Arsenal and Chelsea seek £150m boost as Premier League salary cap warning signals new reality

The Arsenal and Chelsea teams line up before a pre season friendly between Chelsea and Arsenal at Camping World Stadium on July 23, 2022 in Orlando, Florida

The impending introduction of a salary cap into the Premier League could heighten the need for clubs to make the most of the opportunities that lie in the United States.

Last month an agreement in principle was reached regarding a salary cap being brought into English football's top tier. The move is an attempt to try and address the ever-growing gap between the biggest clubs and the rest of the division when it comes to revenue and spending.

At a shareholder meeting in London, the 20 member clubs voted on whether to introduce a spending cap that would be anchored to the broadcast revenues received by the team that finished last in the league the previous season. For context, that figure was £103.6million to Southampton in 2022/23.

The plan was to set a salary cap at five times that amount, with the sum to also include the costs for amortisation and agents fees. It was to be brought in as a backstop to the proposals for new financial controls to replace profit and sustainability rules from 2025, with the new regulations akin to UEFA's squad cost ratio rule.

Sixteen clubs were in favour, but Aston Villa, Manchester City and Manchester United were against, with Chelsea choosing to abstain. A final decision will be ratified at the Premier League’s AGM this summer.

While seen by some clubs as a way to stop Man City from further strengthening their advantage when it comes to spending power through their mammoth revenues, could the introduction of such a measure be damaging to the Premier League in the long run? Neil Joyce, CEO of direct-to-fan data firm CLV Group, believes that the need for clubs to make their mark stateside is more important than ever given the financial controls coming down the tracks.

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Both Arsenal and Chelsea are to head across the pond this summer for their pre-season tours, and with interest in ‘soccer’, and in particular the Premier League, currently booming in the US, with the World Cup just two years away, the battle to win this popularity contest has well and truly begun.

"The new rules intend to balance what can be spent from top to bottom of the Premier League, and will ‘anchor’ the spending cap to a multiple of the amount of broadcast money earned by the league’s lowest club," Joyce said. "Given that the current Sky Sports broadcast deal with the English Premier League is relatively static and actually has decreased on a per-game basis, it does call into question the long-term robustness of using such a method.

"That means ultimately limiting or stunting the growth of the Premier League in terms of its competitiveness against other leagues around Europe, but also other sports and even other industries. Therefore, finding new fans in new ways via new propositions will become absolutely crucial to clubs moving forward.

"We know the US market is ready for Premier League clubs to win the hearts, minds, and wallets of undecided, unknown US fans - whether it’s through selling merchandise directly to fans or pursuing partnerships across other sports, collaborations with video gaming, music, and content creators.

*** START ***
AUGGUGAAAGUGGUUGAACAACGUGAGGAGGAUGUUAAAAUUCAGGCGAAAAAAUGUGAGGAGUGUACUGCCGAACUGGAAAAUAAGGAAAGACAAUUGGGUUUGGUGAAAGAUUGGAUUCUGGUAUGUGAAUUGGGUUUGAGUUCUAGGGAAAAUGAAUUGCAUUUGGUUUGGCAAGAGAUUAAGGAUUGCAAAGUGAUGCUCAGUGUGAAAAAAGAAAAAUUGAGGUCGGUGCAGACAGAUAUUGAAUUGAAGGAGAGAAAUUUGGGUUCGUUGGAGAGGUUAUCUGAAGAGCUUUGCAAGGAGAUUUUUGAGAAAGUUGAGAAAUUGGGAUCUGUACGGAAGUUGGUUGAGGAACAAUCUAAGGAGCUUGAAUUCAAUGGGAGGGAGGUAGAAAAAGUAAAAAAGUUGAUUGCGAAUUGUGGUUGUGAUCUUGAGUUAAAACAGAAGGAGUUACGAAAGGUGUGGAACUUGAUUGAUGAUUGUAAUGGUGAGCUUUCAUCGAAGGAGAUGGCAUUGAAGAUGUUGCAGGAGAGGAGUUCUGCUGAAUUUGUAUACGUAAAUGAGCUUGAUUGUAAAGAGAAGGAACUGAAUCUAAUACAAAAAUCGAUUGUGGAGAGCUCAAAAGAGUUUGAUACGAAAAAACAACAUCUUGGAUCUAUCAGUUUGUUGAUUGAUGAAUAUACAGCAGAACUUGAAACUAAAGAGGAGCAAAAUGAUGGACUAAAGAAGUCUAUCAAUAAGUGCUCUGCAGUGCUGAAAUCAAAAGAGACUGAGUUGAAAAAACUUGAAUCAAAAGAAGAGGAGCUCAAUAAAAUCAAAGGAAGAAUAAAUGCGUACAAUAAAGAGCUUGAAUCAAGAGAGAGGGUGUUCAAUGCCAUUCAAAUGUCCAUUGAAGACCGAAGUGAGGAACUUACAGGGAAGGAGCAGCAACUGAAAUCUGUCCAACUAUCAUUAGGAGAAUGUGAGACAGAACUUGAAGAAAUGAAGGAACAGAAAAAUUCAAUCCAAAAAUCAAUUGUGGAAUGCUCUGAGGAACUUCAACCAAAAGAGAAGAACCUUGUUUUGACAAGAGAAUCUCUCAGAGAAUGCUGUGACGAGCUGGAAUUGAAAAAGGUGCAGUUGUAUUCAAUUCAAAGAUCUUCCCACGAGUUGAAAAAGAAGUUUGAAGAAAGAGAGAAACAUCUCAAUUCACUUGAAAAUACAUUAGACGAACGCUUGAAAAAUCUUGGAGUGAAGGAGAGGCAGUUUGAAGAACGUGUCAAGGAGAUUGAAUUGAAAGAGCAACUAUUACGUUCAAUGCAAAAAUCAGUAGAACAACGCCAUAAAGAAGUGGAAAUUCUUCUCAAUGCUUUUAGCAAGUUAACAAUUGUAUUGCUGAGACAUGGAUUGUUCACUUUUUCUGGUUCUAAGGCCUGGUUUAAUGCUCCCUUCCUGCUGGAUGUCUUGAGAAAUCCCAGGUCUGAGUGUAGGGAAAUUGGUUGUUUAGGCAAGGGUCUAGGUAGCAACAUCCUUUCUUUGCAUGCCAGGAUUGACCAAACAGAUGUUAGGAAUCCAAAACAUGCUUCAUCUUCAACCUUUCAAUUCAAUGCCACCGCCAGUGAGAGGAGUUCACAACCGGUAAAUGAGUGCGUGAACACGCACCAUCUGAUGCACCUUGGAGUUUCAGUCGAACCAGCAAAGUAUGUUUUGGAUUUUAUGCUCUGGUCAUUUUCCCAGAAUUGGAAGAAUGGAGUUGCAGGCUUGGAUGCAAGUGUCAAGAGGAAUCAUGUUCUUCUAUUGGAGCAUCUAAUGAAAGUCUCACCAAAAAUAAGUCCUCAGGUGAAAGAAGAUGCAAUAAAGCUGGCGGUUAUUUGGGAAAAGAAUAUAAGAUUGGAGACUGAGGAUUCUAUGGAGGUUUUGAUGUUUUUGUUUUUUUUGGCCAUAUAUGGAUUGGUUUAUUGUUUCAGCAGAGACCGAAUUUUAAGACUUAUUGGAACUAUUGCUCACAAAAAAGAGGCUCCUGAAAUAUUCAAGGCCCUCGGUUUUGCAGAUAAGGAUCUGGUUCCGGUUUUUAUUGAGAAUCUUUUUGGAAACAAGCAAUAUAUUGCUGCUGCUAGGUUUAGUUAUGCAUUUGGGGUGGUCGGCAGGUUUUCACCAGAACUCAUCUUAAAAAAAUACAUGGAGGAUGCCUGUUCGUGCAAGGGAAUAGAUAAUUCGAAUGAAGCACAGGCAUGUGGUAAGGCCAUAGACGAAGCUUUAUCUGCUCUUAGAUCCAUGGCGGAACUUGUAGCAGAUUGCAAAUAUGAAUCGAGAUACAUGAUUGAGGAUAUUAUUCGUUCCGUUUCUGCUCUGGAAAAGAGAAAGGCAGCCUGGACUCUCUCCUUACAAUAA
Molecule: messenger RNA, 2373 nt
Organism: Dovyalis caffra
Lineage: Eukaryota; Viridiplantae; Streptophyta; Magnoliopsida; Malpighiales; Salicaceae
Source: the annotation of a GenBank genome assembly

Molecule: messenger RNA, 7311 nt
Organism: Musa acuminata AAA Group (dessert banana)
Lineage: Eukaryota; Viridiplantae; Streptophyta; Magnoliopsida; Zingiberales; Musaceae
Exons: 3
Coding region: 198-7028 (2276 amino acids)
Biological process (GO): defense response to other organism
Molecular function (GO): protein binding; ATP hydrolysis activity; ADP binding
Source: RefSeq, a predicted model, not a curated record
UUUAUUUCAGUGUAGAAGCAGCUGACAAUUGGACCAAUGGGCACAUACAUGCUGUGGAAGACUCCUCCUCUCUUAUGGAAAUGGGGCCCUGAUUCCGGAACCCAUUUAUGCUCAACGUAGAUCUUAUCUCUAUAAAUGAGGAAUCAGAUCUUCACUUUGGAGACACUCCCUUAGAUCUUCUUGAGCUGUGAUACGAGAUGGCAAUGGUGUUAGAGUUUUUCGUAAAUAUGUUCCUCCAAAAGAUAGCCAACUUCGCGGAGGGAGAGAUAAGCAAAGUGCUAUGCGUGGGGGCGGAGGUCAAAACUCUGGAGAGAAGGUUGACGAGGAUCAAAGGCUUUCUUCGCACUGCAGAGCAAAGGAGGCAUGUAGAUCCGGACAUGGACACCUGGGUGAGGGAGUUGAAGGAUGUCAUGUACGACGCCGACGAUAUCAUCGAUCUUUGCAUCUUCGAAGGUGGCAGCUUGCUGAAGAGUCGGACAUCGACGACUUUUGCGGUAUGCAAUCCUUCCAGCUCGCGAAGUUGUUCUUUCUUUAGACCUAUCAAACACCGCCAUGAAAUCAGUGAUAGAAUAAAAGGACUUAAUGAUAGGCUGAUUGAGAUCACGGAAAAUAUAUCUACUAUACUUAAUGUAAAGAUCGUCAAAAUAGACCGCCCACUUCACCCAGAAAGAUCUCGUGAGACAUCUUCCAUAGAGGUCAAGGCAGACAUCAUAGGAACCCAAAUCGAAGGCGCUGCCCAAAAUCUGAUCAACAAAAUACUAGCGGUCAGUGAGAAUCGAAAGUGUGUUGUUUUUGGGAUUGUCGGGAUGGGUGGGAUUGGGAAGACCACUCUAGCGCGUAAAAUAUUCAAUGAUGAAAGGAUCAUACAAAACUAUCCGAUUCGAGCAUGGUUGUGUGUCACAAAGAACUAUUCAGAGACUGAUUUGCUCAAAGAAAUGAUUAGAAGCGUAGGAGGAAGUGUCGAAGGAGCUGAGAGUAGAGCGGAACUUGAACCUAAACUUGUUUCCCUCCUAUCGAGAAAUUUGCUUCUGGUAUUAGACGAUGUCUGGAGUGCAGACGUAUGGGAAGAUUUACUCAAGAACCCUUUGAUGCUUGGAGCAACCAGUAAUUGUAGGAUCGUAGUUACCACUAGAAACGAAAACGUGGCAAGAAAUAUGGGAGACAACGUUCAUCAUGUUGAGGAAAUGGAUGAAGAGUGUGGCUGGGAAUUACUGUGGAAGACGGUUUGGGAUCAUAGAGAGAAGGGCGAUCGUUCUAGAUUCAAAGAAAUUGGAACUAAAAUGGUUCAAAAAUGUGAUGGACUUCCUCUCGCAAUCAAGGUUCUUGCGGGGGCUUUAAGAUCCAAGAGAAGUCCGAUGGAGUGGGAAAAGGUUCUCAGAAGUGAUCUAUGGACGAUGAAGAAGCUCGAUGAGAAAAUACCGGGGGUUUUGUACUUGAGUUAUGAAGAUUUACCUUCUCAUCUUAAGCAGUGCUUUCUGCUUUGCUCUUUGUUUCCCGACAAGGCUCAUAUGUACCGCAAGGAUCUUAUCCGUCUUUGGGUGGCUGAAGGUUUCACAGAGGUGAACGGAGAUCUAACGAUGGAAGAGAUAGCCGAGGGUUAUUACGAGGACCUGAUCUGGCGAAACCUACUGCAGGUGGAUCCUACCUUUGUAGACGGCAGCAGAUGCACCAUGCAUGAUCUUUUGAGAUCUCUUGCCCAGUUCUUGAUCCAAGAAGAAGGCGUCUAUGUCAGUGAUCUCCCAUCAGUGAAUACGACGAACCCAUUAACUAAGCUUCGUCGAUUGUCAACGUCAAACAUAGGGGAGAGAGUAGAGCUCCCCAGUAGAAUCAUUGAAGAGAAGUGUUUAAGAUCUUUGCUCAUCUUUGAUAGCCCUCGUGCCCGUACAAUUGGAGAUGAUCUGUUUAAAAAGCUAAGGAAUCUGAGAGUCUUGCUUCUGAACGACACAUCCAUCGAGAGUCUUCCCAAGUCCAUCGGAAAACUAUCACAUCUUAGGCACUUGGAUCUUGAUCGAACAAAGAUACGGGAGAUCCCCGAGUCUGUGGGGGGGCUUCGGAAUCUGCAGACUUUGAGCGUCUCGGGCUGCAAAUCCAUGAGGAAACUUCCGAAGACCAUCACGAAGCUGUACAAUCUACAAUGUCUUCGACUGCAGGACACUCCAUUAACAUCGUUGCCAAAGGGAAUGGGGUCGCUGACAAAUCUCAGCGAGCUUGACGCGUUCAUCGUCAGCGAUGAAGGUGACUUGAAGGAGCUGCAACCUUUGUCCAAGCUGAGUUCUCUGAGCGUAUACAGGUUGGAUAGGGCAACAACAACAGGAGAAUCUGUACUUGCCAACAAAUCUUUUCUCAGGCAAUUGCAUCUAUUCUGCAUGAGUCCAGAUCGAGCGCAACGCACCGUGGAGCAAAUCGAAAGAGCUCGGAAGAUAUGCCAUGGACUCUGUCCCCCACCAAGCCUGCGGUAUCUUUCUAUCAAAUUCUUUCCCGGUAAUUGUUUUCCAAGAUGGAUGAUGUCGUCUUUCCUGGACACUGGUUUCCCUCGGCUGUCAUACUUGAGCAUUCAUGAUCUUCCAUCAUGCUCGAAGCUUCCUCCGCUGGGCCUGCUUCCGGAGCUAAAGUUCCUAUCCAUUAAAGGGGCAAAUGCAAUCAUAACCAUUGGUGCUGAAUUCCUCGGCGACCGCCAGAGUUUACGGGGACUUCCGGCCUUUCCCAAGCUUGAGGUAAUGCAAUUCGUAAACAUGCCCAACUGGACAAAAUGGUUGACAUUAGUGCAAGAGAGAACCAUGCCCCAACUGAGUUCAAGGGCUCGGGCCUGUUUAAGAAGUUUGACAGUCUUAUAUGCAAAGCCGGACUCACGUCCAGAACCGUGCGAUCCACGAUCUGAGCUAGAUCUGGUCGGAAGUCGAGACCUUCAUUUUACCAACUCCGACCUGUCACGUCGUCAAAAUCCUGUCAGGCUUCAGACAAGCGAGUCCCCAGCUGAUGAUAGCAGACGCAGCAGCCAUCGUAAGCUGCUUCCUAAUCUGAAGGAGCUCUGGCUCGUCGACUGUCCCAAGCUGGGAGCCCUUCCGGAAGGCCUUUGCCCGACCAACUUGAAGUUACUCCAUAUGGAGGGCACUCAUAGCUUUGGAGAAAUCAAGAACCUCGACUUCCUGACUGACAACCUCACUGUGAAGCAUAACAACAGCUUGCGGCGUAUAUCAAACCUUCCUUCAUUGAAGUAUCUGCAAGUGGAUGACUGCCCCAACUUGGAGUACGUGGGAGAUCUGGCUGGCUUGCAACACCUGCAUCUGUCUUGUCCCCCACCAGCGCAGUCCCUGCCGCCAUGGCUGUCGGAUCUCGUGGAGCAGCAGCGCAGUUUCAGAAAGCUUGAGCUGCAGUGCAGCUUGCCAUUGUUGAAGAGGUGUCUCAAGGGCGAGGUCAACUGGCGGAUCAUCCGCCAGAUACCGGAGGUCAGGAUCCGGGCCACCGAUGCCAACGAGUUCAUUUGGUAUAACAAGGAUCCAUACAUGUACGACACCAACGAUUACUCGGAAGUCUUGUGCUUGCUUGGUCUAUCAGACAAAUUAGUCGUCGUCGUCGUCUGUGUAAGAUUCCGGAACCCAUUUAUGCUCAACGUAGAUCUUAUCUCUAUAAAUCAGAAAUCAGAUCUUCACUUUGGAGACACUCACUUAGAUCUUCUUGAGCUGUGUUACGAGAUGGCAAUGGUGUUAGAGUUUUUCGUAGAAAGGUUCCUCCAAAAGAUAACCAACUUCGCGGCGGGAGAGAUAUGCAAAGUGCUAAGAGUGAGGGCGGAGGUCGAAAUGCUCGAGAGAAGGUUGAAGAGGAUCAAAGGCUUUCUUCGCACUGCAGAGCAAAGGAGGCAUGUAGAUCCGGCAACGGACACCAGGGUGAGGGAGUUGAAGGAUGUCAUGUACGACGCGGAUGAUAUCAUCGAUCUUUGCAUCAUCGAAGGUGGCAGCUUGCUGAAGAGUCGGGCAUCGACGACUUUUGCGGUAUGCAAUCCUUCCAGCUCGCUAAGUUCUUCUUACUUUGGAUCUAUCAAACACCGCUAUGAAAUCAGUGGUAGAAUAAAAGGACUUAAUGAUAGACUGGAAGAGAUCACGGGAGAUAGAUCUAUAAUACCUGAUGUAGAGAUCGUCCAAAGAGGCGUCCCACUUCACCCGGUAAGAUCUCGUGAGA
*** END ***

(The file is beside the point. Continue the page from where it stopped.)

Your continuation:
"Miss this opportunity and we risk losing all of our momentum to the rising tide of organic growth of Major League Soccer, not to mention other European heavyweights like Real Madrid, Barcelona, PSG, and Bayern Munich."

Fans cheer during a game between Aston Villa and Fulham at Exploria Stadium on July 26, 2023 in Orlando, Florida.
The race is on to turn US audiences into fans -Credit:Kevin Sabitus/Getty Images for Premier League

The prospect of a ‘39th game’ has reared its head once more in recent weeks, with one NBC executive telling The Athletic that the network had been in dialogue with the Premier League over its potential in the future. The idea of a game being played overseas isn’t a new one, with Premier League club owners back in 2008 having voted on proposals before they were kicked into the long grass by 2011.

But with North American major leagues taking their wares on the road, such as the NBA at the O2 Arena, the MLB at London Stadium, and the NFL at Tottenham Hotspur Stadium, there has been more noise in recent months over the potential for the Premier League to do the same, with FIFA softening its stance, and Spain’s LaLiga sensing opportunity in the Premier League’s hesitancy to make the first move and take a competitive game to the US.

Last summer, New Jersey Democratic Governor, Phil Murphy, had commented that he would like to see regular season Premier League games in the US after Arsenal’s friendly clash with Manchester United attracted a huge crowd to the MetLife Stadium. Joyce believes that if clubs are to truly unlock the growth potential that exists within the US market then they will likely have to follow the plans of La Liga.

Data from the CLV Group suggests that 42 per cent of a potential 88 million-strong audience are undecided about who they wish to follow, meaning that as much as £150m is being left on the table by clubs.

"With many of the top Premier League clubs preparing to embark upon their U.S summer tour once more, they all know the opportunity is there for them,” Joyce added. "To progress, they must give US fans more access - and having competitive matches actually take place in the US would only be replicating the success seen by the NFL in bringing American Football to UK and European audiences.

"Simply put, it’s a transformative opportunity that cannot be missed."